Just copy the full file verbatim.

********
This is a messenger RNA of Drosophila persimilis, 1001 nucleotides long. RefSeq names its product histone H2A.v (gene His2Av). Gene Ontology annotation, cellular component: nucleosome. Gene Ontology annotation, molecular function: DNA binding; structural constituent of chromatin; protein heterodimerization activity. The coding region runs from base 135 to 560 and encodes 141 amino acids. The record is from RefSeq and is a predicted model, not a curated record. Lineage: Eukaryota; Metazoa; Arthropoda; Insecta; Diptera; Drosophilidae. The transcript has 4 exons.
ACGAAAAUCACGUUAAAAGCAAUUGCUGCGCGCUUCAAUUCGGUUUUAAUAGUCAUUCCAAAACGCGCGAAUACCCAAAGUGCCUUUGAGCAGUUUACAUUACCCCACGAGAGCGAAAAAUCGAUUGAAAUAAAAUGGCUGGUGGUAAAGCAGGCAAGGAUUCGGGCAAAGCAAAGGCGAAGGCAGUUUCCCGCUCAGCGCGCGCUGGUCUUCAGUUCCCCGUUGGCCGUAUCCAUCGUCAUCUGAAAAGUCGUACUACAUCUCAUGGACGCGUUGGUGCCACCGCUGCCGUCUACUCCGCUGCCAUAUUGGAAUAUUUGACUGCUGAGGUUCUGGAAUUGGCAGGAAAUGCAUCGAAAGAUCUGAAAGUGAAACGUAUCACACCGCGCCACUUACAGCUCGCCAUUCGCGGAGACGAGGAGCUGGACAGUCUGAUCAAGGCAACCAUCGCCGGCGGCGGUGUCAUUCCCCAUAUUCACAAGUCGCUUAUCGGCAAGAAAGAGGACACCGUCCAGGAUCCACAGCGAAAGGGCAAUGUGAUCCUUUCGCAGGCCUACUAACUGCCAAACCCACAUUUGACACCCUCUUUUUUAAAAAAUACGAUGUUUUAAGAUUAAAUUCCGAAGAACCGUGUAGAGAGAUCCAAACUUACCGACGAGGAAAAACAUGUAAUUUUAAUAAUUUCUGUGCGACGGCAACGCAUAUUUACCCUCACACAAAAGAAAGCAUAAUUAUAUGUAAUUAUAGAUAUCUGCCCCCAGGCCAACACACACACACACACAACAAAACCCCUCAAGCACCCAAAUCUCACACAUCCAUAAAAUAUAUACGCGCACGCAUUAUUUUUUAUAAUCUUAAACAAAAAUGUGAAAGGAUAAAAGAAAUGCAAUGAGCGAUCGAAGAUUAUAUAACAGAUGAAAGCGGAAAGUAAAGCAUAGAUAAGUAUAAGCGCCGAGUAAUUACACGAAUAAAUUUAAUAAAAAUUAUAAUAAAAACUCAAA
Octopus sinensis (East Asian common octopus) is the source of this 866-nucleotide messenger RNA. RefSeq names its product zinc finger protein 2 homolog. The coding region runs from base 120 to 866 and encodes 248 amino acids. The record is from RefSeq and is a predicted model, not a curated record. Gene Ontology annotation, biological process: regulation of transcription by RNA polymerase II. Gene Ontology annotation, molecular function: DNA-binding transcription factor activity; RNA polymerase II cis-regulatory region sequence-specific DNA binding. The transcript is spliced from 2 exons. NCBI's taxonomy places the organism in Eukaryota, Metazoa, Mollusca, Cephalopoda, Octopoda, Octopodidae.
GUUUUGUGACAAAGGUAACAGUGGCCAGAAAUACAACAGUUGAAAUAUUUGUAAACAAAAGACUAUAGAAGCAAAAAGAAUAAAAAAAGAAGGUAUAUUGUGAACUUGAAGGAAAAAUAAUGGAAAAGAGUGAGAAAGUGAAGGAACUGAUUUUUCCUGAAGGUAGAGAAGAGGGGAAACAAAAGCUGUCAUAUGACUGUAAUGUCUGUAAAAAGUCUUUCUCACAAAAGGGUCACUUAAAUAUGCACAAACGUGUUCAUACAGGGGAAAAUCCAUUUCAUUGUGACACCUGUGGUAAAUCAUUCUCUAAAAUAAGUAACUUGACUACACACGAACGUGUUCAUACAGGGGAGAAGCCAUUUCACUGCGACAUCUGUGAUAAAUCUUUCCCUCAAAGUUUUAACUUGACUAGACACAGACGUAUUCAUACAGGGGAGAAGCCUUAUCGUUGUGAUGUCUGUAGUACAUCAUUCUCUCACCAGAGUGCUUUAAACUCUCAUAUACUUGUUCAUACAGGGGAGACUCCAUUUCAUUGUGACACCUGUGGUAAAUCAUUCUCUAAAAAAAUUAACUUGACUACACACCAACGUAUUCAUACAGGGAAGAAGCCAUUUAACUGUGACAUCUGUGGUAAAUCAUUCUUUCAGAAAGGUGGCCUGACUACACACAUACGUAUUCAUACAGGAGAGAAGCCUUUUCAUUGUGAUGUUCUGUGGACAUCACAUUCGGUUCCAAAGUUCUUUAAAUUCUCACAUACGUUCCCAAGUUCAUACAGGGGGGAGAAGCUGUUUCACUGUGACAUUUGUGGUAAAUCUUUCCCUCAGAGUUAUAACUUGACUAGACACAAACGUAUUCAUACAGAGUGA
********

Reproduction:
This is a messenger RNA of Drosophila persimilis, 1001 nucleotides long. RefSeq names its product histone H2A.v (gene His2Av). Gene Ontology annotation, cellular component: nucleosome. Gene Ontology annotation, molecular function: DNA binding; structural constituent of chromatin; protein heterodimerization activity. The coding region runs from base 135 to 560 and encodes 141 amino acids. The record is from RefSeq and is a predicted model, not a curated record. Lineage: Eukaryota; Metazoa; Arthropoda; Insecta; Diptera; Drosophilidae. The transcript has 4 exons.
ACGAAAAUCACGUUAAAAGCAAUUGCUGCGCGCUUCAAUUCGGUUUUAAUAGUCAUUCCAAAACGCGCGAAUACCCAAAGUGCCUUUGAGCAGUUUACAUUACCCCACGAGAGCGAAAAAUCGAUUGAAAUAAAAUGGCUGGUGGUAAAGCAGGCAAGGAUUCGGGCAAAGCAAAGGCGAAGGCAGUUUCCCGCUCAGCGCGCGCUGGUCUUCAGUUCCCCGUUGGCCGUAUCCAUCGUCAUCUGAAAAGUCGUACUACAUCUCAUGGACGCGUUGGUGCCACCGCUGCCGUCUACUCCGCUGCCAUAUUGGAAUAUUUGACUGCUGAGGUUCUGGAAUUGGCAGGAAAUGCAUCGAAAGAUCUGAAAGUGAAACGUAUCACACCGCGCCACUUACAGCUCGCCAUUCGCGGAGACGAGGAGCUGGACAGUCUGAUCAAGGCAACCAUCGCCGGCGGCGGUGUCAUUCCCCAUAUUCACAAGUCGCUUAUCGGCAAGAAAGAGGACACCGUCCAGGAUCCACAGCGAAAGGGCAAUGUGAUCCUUUCGCAGGCCUACUAACUGCCAAACCCACAUUUGACACCCUCUUUUUUAAAAAAUACGAUGUUUUAAGAUUAAAUUCCGAAGAACCGUGUAGAGAGAUCCAAACUUACCGACGAGGAAAAACAUGUAAUUUUAAUAAUUUCUGUGCGACGGCAACGCAUAUUUACCCUCACACAAAAGAAAGCAUAAUUAUAUGUAAUUAUAGAUAUCUGCCCCCAGGCCAACACACACACACACACAACAAAACCCCUCAAGCACCCAAAUCUCACACAUCCAUAAAAUAUAUACGCGCACGCAUUAUUUUUUAUAAUCUUAAACAAAAAUGUGAAAGGAUAAAAGAAAUGCAAUGAGCGAUCGAAGAUUAUAUAACAGAUGAAAGCGGAAAGUAAAGCAUAGAUAAGUAUAAGCGCCGAGUAAUUACACGAAUAAAUUUAAUAAAAAUUAUAAUAAAAACUCAAA
Octopus sinensis (East Asian common octopus) is the source of this 866-nucleotide messenger RNA. RefSeq names its product zinc finger protein 2 homolog. The coding region runs from base 120 to 866 and encodes 248 amino acids. The record is from RefSeq and is a predicted model, not a curated record. Gene Ontology annotation, biological process: regulation of transcription by RNA polymerase II. Gene Ontology annotation, molecular function: DNA-binding transcription factor activity; RNA polymerase II cis-regulatory region sequence-specific DNA binding. The transcript is spliced from 2 exons. NCBI's taxonomy places the organism in Eukaryota, Metazoa, Mollusca, Cephalopoda, Octopoda, Octopodidae.
GUUUUGUGACAAAGGUAACAGUGGCCAGAAAUACAACAGUUGAAAUAUUUGUAAACAAAAGACUAUAGAAGCAAAAAGAAUAAAAAAAGAAGGUAUAUUGUGAACUUGAAGGAAAAAUAAUGGAAAAGAGUGAGAAAGUGAAGGAACUGAUUUUUCCUGAAGGUAGAGAAGAGGGGAAACAAAAGCUGUCAUAUGACUGUAAUGUCUGUAAAAAGUCUUUCUCACAAAAGGGUCACUUAAAUAUGCACAAACGUGUUCAUACAGGGGAAAAUCCAUUUCAUUGUGACACCUGUGGUAAAUCAUUCUCUAAAAUAAGUAACUUGACUACACACGAACGUGUUCAUACAGGGGAGAAGCCAUUUCACUGCGACAUCUGUGAUAAAUCUUUCCCUCAAAGUUUUAACUUGACUAGACACAGACGUAUUCAUACAGGGGAGAAGCCUUAUCGUUGUGAUGUCUGUAGUACAUCAUUCUCUCACCAGAGUGCUUUAAACUCUCAUAUACUUGUUCAUACAGGGGAGACUCCAUUUCAUUGUGACACCUGUGGUAAAUCAUUCUCUAAAAAAAUUAACUUGACUACACACCAACGUAUUCAUACAGGGAAGAAGCCAUUUAACUGUGACAUCUGUGGUAAAUCAUUCUUUCAGAAAGGUGGCCUGACUACACACAUACGUAUUCAUACAGGAGAGAAGCCUUUUCAUUGUGAUGUUCUGUGGACAUCACAUUCGGUUCCAAAGUUCUUUAAAUUCUCACAUACGUUCCCAAGUUCAUACAGGGGGGAGAAGCUGUUUCACUGUGACAUUUGUGGUAAAUCUUUCCCUCAGAGUUAUAACUUGACUAGACACAAACGUAUUCAUACAGAGUGA